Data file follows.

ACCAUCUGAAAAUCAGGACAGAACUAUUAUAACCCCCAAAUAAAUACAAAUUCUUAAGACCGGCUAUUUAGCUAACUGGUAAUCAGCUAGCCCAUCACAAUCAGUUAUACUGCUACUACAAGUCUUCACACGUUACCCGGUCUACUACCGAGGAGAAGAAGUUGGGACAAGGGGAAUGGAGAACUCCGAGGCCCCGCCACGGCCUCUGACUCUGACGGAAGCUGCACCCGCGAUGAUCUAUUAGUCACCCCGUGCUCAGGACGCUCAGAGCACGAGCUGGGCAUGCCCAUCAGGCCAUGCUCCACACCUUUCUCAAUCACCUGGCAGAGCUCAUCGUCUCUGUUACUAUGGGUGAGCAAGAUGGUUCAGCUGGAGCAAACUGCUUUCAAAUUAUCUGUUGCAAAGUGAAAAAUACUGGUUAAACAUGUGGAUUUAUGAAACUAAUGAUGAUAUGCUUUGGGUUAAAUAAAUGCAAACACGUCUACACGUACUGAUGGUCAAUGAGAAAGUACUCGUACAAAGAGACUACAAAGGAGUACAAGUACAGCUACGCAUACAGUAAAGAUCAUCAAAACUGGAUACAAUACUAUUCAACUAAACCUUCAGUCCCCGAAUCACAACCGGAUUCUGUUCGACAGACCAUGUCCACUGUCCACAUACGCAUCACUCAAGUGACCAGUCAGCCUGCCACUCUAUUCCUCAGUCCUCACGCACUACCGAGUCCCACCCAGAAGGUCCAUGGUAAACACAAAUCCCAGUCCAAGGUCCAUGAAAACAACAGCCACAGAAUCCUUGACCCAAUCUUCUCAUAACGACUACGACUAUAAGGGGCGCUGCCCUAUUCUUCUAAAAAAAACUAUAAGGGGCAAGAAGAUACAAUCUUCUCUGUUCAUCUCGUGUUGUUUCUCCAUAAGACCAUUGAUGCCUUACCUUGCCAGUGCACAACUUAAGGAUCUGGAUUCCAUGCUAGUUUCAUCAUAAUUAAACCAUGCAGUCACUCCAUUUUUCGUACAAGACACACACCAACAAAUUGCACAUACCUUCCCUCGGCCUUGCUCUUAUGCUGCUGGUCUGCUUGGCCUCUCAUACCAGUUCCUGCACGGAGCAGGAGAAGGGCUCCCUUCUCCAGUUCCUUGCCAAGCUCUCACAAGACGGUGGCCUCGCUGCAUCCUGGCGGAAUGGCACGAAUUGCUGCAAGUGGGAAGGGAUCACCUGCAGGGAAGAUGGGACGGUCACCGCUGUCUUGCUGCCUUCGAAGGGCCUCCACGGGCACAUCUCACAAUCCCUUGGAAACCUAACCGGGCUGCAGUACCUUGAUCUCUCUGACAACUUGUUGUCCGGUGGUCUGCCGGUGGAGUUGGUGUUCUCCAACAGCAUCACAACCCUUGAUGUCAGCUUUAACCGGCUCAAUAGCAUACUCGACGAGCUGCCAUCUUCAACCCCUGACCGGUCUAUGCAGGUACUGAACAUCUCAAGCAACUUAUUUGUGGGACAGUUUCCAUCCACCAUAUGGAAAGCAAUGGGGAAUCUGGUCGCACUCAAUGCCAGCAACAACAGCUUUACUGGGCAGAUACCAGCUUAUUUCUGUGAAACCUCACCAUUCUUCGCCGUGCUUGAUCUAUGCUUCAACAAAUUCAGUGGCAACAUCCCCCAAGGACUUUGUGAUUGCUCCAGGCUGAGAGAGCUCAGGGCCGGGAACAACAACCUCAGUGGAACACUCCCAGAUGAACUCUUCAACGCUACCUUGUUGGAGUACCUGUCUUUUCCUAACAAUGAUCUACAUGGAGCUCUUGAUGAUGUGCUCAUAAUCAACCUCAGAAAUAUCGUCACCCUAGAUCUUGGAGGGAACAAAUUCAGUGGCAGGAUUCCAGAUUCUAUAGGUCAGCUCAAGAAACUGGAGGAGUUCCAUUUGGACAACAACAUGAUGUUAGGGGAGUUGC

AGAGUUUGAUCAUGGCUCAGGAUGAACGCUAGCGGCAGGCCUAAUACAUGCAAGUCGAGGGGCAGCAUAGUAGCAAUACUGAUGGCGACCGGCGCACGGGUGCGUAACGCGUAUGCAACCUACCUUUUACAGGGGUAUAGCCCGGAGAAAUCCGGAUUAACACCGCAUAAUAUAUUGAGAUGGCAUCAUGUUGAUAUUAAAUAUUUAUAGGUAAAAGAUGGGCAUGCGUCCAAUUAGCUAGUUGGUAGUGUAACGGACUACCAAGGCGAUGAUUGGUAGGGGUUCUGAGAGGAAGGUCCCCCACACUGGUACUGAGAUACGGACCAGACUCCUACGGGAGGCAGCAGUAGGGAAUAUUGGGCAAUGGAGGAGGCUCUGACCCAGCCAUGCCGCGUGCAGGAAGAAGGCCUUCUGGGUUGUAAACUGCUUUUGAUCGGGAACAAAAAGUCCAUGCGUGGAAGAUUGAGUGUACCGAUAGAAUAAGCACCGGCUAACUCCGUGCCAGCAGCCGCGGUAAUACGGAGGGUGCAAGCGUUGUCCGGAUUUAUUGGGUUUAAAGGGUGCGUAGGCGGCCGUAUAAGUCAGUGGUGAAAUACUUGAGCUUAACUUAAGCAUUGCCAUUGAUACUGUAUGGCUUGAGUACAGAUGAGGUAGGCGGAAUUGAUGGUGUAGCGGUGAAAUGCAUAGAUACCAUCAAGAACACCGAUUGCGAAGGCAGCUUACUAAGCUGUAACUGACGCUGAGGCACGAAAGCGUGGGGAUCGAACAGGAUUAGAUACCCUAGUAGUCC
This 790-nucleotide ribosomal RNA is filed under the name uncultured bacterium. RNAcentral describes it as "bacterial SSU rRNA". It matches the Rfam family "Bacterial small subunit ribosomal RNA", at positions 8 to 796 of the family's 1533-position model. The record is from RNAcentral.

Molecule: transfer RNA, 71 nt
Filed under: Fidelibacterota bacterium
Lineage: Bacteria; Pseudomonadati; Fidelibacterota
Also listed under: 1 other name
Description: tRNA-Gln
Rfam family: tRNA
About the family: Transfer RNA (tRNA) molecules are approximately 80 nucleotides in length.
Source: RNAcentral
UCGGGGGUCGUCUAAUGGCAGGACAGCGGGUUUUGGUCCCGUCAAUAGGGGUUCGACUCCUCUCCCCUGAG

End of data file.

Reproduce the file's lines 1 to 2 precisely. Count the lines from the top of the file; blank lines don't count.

ACCAUCUGAAAAUCAGGACAGAACUAUUAUAACCCCCAAAUAAAUACAAAUUCUUAAGACCGGCUAUUUAGCUAACUGGUAAUCAGCUAGCCCAUCACAAUCAGUUAUACUGCUACUACAAGUCUUCACACGUUACCCGGUCUACUACCGAGGAGAAGAAGUUGGGACAAGGGGAAUGGAGAACUCCGAGGCCCCGCCACGGCCUCUGACUCUGACGGAAGCUGCACCCGCGAUGAUCUAUUAGUCACCCCGUGCUCAGGACGCUCAGAGCACGAGCUGGGCAUGCCCAUCAGGCCAUGCUCCACACCUUUCUCAAUCACCUGGCAGAGCUCAUCGUCUCUGUUACUAUGGGUGAGCAAGAUGGUUCAGCUGGAGCAAACUGCUUUCAAAUUAUCUGUUGCAAAGUGAAAAAUACUGGUUAAACAUGUGGAUUUAUGAAACUAAUGAUGAUAUGCUUUGGGUUAAAUAAAUGCAAACACGUCUACACGUACUGAUGGUCAAUGAGAAAGUACUCGUACAAAGAGACUACAAAGGAGUACAAGUACAGCUACGCAUACAGUAAAGAUCAUCAAAACUGGAUACAAUACUAUUCAACUAAACCUUCAGUCCCCGAAUCACAACCGGAUUCUGUUCGACAGACCAUGUCCACUGUCCACAUACGCAUCACUCAAGUGACCAGUCAGCCUGCCACUCUAUUCCUCAGUCCUCACGCACUACCGAGUCCCACCCAGAAGGUCCAUGGUAAACACAAAUCCCAGUCCAAGGUCCAUGAAAACAACAGCCACAGAAUCCUUGACCCAAUCUUCUCAUAACGACUACGACUAUAAGGGGCGCUGCCCUAUUCUUCUAAAAAAAACUAUAAGGGGCAAGAAGAUACAAUCUUCUCUGUUCAUCUCGUGUUGUUUCUCCAUAAGACCAUUGAUGCCUUACCUUGCCAGUGCACAACUUAAGGAUCUGGAUUCCAUGCUAGUUUCAUCAUAAUUAAACCAUGCAGUCACUCCAUUUUUCGUACAAGACACACACCAACAAAUUGCACAUACCUUCCCUCGGCCUUGCUCUUAUGCUGCUGGUCUGCUUGGCCUCUCAUACCAGUUCCUGCACGGAGCAGGAGAAGGGCUCCCUUCUCCAGUUCCUUGCCAAGCUCUCACAAGACGGUGGCCUCGCUGCAUCCUGGCGGAAUGGCACGAAUUGCUGCAAGUGGGAAGGGAUCACCUGCAGGGAAGAUGGGACGGUCACCGCUGUCUUGCUGCCUUCGAAGGGCCUCCACGGGCACAUCUCACAAUCCCUUGGAAACCUAACCGGGCUGCAGUACCUUGAUCUCUCUGACAACUUGUUGUCCGGUGGUCUGCCGGUGGAGUUGGUGUUCUCCAACAGCAUCACAACCCUUGAUGUCAGCUUUAACCGGCUCAAUAGCAUACUCGACGAGCUGCCAUCUUCAACCCCUGACCGGUCUAUGCAGGUACUGAACAUCUCAAGCAACUUAUUUGUGGGACAGUUUCCAUCCACCAUAUGGAAAGCAAUGGGGAAUCUGGUCGCACUCAAUGCCAGCAACAACAGCUUUACUGGGCAGAUACCAGCUUAUUUCUGUGAAACCUCACCAUUCUUCGCCGUGCUUGAUCUAUGCUUCAACAAAUUCAGUGGCAACAUCCCCCAAGGACUUUGUGAUUGCUCCAGGCUGAGAGAGCUCAGGGCCGGGAACAACAACCUCAGUGGAACACUCCCAGAUGAACUCUUCAACGCUACCUUGUUGGAGUACCUGUCUUUUCCUAACAAUGAUCUACAUGGAGCUCUUGAUGAUGUGCUCAUAAUCAACCUCAGAAAUAUCGUCACCCUAGAUCUUGGAGGGAACAAAUUCAGUGGCAGGAUUCCAGAUUCUAUAGGUCAGCUCAAGAAACUGGAGGAGUUCCAUUUGGACAACAACAUGAUGUUAGGGGAGUUGC

AGAGUUUGAUCAUGGCUCAGGAUGAACGCUAGCGGCAGGCCUAAUACAUGCAAGUCGAGGGGCAGCAUAGUAGCAAUACUGAUGGCGACCGGCGCACGGGUGCGUAACGCGUAUGCAACCUACCUUUUACAGGGGUAUAGCCCGGAGAAAUCCGGAUUAACACCGCAUAAUAUAUUGAGAUGGCAUCAUGUUGAUAUUAAAUAUUUAUAGGUAAAAGAUGGGCAUGCGUCCAAUUAGCUAGUUGGUAGUGUAACGGACUACCAAGGCGAUGAUUGGUAGGGGUUCUGAGAGGAAGGUCCCCCACACUGGUACUGAGAUACGGACCAGACUCCUACGGGAGGCAGCAGUAGGGAAUAUUGGGCAAUGGAGGAGGCUCUGACCCAGCCAUGCCGCGUGCAGGAAGAAGGCCUUCUGGGUUGUAAACUGCUUUUGAUCGGGAACAAAAAGUCCAUGCGUGGAAGAUUGAGUGUACCGAUAGAAUAAGCACCGGCUAACUCCGUGCCAGCAGCCGCGGUAAUACGGAGGGUGCAAGCGUUGUCCGGAUUUAUUGGGUUUAAAGGGUGCGUAGGCGGCCGUAUAAGUCAGUGGUGAAAUACUUGAGCUUAACUUAAGCAUUGCCAUUGAUACUGUAUGGCUUGAGUACAGAUGAGGUAGGCGGAAUUGAUGGUGUAGCGGUGAAAUGCAUAGAUACCAUCAAGAACACCGAUUGCGAAGGCAGCUUACUAAGCUGUAACUGACGCUGAGGCACGAAAGCGUGGGGAUCGAACAGGAUUAGAUACCCUAGUAGUCC